McLChur 03-08-76




Doing Ministry in the Postmodern Matrix


Brian D. McLaren

Zondervan, 1998, 2000, 227 pp. 




Formerly titled, Reinventing Your Church, this book includes and supplements much of what has been written by others, notably Leonard Sweet, about growing a church in the postmodern world.  McLaren’s suggestions range from practical to wishful.  Thinking exercises for each chapter are included in an appendix.  Unlike most books on church, this one gives a whole chapter to missions.  McLaren, for seven years board chair of International Teams, provides a very insightful list of obstacles.  As often the case, solutions seem feeble when weighed against the obstacles. 


The new church removes its antichange bias.  It assumes that as long as the church grows, it will have to adapt and change and learn.  Adaptability is what biblical history illustrates.   Maximize discontinuity.  “Change your church’s attitude toward change, and everything else will change as it should.  That one change has leverage to make possible all the rest.” (22-25)


Suggested mission for the new church: “

§        More Christians

§        Better Christians

§        Authentic missional community

§        For the good of the world” (28)


“The church on the other side must increasingly begin with ‘rawer’ raw material.” (32)


“In the new church, this attitude toward non-Christians will change.  ‘The world’ will be viewed less and less as the bad boys out there whom we fear, fight, and resist, whom we seek to control through legislation and intimidation with a self-righteous sense of superiority.  Instead, ‘the world’ will be viewed more and more as the needy neighbors who haven’t yet found the grace that has found us, … who are doing the best they can with what they’ve got, and who can’t be expected to do any better until we find ways to help them want what we’ve got.  (The real test will be whether we can have this attitude even if we are persecuted violently in the world on the other side, as we may be.)”  (33)


“…we have neglected one small detail: seeker-sensitive Christians.  Christians in the new church must really love non-Christians.” (340


The church is by nature a missional community—a community that exists by, in, and for mission.  But the community is not merely a tool for missions.  The mission is the creation of an authentic community….”  (36, per The Gospel and Our Culture Network) [I would suggest the mission is creation of an authentic global community.  Dlm]


“…the church [is] a catalyst of blessing for the good of the world.” (37)


“What will our grandchildren be shocked about when they look at the ‘good Christians’ of our generation?”  “Are we willing to become as little children and start again?”  “As we move to the other side, our greatest enemy will not be our ignorance; it will be our unteachability.” (38)


The chapter on Systems Thinking stems largely from The Fifth Discipline by Peter Senge. 


“The church’s program is the sum of its actions employed to achieve its mission.”  Ask four simple questions to evaluate our program: “

  1. Does this help uncommitted people…become followers of Jesus?
  2. Does this help followers of Jesus become better followers of Jesus?
  3. Does this enhance the development of authentic Christian Community?
  4. Does this empower, equip, deploy the church for a missional identity for the good of the world?”  (42)


“If a method solves the problem, it will itself become the problem sooner or later….”  (43)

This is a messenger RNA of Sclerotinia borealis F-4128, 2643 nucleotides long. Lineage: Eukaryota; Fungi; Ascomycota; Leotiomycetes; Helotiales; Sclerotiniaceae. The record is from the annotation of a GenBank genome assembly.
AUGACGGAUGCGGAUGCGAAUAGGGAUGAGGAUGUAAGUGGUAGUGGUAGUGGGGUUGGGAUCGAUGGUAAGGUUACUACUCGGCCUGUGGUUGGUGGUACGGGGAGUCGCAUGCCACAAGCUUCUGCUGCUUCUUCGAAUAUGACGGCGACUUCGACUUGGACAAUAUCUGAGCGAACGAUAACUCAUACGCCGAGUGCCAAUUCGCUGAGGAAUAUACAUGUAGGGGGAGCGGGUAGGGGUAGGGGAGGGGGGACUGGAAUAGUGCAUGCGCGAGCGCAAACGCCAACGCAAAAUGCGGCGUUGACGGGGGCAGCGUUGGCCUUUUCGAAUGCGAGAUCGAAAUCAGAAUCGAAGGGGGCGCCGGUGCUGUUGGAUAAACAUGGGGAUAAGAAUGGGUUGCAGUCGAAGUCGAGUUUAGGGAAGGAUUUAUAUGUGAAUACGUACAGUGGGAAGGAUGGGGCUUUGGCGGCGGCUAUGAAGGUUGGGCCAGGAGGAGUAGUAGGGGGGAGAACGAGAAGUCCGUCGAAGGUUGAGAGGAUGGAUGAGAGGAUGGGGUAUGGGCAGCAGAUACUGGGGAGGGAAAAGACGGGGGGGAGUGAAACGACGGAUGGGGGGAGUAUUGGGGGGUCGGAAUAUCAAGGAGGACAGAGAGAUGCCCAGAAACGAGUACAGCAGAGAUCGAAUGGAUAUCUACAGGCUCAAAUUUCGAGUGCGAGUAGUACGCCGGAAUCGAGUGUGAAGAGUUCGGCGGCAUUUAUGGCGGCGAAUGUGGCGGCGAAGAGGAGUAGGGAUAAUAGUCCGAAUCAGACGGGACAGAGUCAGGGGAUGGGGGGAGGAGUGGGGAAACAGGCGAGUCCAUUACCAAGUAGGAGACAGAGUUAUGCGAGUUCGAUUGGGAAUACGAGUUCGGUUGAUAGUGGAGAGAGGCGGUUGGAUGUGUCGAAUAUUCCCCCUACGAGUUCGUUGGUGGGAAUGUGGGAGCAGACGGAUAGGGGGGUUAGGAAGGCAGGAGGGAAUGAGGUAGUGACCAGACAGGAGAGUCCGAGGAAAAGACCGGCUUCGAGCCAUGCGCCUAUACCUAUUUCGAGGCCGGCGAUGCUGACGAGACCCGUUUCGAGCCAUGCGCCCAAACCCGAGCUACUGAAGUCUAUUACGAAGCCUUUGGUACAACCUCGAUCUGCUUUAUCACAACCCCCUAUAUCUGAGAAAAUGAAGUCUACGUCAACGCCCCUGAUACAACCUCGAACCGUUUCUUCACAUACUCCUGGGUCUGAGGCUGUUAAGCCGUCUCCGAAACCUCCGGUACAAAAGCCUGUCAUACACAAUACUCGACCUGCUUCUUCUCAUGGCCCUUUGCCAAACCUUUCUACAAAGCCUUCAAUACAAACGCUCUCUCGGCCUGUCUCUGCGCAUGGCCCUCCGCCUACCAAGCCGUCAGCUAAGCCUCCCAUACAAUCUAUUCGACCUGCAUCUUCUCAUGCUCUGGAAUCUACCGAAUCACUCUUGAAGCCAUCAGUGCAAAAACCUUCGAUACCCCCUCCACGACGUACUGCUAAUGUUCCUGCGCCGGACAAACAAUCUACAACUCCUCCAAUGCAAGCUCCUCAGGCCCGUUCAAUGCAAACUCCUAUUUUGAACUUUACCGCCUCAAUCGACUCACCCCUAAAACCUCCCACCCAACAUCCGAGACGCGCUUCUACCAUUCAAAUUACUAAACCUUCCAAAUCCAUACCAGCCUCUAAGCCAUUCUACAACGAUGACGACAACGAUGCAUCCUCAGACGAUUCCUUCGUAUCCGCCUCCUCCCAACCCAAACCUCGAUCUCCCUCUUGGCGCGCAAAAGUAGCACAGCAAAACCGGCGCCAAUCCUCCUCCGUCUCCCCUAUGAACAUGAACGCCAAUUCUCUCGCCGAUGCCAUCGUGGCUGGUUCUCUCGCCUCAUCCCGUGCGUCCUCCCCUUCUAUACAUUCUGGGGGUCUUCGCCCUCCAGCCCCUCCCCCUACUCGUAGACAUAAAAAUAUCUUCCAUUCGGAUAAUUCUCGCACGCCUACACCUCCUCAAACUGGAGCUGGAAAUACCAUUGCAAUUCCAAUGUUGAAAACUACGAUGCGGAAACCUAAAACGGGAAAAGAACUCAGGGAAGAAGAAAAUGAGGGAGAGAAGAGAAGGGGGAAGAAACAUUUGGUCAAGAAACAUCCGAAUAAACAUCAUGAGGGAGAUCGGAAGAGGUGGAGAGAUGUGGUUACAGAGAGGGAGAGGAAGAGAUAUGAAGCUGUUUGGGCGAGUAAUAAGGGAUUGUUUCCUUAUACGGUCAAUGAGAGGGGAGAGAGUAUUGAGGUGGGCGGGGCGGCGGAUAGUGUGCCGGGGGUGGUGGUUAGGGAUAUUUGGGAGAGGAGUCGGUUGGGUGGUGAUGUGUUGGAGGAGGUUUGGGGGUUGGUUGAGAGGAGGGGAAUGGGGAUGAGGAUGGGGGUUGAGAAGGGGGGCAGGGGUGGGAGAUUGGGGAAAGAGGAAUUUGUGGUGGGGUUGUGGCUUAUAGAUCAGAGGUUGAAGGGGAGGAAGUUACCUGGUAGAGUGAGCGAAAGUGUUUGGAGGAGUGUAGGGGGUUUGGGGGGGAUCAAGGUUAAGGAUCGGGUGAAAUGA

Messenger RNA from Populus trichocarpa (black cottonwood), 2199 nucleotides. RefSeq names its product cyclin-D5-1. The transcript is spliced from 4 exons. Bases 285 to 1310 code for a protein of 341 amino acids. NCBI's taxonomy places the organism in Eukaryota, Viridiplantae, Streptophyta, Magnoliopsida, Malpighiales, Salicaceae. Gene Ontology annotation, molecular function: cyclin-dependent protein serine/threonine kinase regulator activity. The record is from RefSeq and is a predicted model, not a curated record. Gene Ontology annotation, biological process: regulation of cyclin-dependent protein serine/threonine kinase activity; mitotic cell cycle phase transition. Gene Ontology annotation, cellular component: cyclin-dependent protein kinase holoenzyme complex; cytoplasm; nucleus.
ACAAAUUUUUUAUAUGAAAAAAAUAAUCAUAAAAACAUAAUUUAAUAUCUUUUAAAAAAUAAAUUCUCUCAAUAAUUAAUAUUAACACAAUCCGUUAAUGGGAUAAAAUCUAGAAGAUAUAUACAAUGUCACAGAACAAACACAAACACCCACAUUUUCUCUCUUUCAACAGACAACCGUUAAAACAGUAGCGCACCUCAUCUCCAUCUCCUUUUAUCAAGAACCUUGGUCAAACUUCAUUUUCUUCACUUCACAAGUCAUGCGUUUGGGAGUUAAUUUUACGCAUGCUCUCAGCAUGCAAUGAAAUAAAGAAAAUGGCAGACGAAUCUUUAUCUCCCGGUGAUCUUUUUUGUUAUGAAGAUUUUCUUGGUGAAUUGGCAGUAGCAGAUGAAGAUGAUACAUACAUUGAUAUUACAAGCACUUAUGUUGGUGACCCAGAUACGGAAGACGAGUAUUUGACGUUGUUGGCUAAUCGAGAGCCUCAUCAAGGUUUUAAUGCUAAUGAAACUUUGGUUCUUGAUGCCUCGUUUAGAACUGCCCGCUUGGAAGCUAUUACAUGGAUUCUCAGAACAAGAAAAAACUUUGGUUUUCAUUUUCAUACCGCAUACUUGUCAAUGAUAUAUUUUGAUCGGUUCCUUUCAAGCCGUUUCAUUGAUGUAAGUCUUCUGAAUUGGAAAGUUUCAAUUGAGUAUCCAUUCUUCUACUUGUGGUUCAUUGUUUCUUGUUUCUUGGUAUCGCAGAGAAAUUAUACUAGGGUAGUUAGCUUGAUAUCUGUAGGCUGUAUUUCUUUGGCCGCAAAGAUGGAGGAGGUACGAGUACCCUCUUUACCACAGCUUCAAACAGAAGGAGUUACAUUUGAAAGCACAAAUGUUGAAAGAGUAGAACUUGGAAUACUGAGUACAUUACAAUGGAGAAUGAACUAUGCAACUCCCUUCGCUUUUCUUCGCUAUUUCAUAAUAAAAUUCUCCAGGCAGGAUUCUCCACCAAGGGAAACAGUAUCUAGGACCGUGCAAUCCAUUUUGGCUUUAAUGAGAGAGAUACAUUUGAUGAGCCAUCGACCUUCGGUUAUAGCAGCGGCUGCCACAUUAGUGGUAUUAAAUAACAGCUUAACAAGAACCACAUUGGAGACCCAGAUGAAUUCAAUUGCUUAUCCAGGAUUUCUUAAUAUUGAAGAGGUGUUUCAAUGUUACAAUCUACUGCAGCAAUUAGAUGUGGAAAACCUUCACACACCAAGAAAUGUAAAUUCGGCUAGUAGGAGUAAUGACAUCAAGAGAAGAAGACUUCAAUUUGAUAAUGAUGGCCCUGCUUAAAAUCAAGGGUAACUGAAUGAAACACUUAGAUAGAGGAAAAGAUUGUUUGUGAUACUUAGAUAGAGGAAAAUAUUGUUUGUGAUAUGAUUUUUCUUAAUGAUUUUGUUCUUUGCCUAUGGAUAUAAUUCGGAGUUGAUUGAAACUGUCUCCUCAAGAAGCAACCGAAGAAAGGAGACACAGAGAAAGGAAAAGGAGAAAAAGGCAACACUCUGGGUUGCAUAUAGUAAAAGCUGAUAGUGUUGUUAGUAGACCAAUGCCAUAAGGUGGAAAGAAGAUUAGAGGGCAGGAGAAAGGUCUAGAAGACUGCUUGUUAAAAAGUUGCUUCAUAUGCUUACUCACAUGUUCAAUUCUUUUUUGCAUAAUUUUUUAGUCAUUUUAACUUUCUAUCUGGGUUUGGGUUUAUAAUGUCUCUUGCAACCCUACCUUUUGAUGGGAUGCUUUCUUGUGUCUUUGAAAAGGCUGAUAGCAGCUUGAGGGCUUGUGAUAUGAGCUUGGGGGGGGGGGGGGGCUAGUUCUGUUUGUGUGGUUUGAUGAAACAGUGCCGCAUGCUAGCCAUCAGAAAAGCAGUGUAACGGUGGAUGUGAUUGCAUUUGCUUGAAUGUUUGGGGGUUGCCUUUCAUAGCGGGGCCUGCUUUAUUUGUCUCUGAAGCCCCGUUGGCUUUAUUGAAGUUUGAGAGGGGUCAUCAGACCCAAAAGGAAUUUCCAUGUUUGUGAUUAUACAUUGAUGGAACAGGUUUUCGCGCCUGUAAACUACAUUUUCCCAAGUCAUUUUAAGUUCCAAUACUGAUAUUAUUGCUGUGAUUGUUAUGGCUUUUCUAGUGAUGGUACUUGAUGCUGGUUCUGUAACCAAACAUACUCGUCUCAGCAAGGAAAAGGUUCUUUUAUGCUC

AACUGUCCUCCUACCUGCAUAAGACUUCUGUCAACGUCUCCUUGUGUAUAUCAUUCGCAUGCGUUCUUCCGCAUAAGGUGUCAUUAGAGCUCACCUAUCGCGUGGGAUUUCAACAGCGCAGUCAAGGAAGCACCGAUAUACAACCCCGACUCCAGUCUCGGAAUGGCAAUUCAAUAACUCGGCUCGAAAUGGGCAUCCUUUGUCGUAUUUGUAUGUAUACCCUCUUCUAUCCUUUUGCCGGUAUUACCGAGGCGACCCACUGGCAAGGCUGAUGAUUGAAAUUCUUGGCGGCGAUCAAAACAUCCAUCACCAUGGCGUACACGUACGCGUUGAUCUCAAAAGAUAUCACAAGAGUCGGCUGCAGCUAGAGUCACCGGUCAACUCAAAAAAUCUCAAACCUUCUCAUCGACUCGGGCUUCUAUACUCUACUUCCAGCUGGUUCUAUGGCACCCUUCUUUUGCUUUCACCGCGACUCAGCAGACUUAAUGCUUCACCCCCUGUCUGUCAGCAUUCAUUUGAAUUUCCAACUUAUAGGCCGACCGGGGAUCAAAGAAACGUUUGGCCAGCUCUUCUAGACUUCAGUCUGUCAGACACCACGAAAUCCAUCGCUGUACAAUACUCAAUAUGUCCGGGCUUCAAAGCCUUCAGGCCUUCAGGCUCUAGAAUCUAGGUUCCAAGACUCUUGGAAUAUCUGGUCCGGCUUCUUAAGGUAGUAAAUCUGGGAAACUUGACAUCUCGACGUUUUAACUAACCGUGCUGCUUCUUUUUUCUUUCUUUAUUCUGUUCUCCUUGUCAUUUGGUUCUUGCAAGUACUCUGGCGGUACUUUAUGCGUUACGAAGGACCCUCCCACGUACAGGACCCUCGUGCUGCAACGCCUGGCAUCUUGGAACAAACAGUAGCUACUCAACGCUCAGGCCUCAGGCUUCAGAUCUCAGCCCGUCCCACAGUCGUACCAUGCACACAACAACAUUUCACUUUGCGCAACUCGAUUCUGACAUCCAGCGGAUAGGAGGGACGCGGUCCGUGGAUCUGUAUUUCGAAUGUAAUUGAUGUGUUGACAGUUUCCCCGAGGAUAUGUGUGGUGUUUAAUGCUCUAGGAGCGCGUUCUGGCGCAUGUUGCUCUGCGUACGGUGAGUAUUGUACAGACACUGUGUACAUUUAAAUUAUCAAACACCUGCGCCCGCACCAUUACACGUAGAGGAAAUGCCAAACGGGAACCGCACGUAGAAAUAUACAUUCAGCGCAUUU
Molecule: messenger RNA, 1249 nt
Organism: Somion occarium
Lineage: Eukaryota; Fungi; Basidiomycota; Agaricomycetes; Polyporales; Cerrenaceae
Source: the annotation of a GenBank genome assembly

Stop fighting fluidity.  “Clarify your mission—make it easier to adjust your program to achieve your mission—and increased effectiveness is sure to follow.”  (44)


“Systems thinking is a discipline for seeing wholes.”  “It is a framework for seeing interrelationships rather than things, for seeing patterns of change rather than static ‘snapshots.’”  945)


“I believe we are well placed to rediscover the stabilizing value, the awesome richness of ‘the Christian tradition.’” (55)


“If we want to have a good life, we sooner or later have to surrender to the remarkable concept of being…a good person.” (60)


“Some of used to think we could indulge in private immoralities (alcohol or drug abuse, sexual misconduct, financial malfeasance) as long as we took a strong stand on public issues (poverty, racism, war).  Some of us thought the reverse….”  Too many of us thought we could do just about anything as long as we said the right things and didn’t get exposed.” (61)


“…theology must come back to life—and not just as a technical matter, but as a creative pursuit and passionate inquiry, like the best art and the best science.”  (68)


“First, in the new church we must realize how medium and message are intertwined.  When we change the medium, the message that’s received is changed, however subtly, as well.”  “Second, in the new church we will be aware that our message is not perfect.  God’s message is perfect; but all of our versions of it are always to some degree out of sync with his version.”  (68)


“Postmodernism is the intellectual boundary between the old world and the other side.  Why is it so important?  Because when your view of truth is changed, when your confidence in the human ability to know truth in any objective way is revolutionized, then everything changes.”  (70)


“…opposing postmodernism is as futile as opposing the English language.”  “How does the Spirit of Jesus Christ incarnate in a postmodern world?”  (70)


A Chinese woman said, “You see, in my country, whenever anyone tells us what to believe, we know he is lying.”


Problems with the old apologetics: (74)

  1. Too often rests on circular reasoning.
  2. Too often defensive, not offensive
  3. Often mistakes potential friends for enemies
  4. It is strangely ‘worldly’
  5. It tends to get distracted
  6. It becomes dishonest when it gets desperate.   [He expands on these.]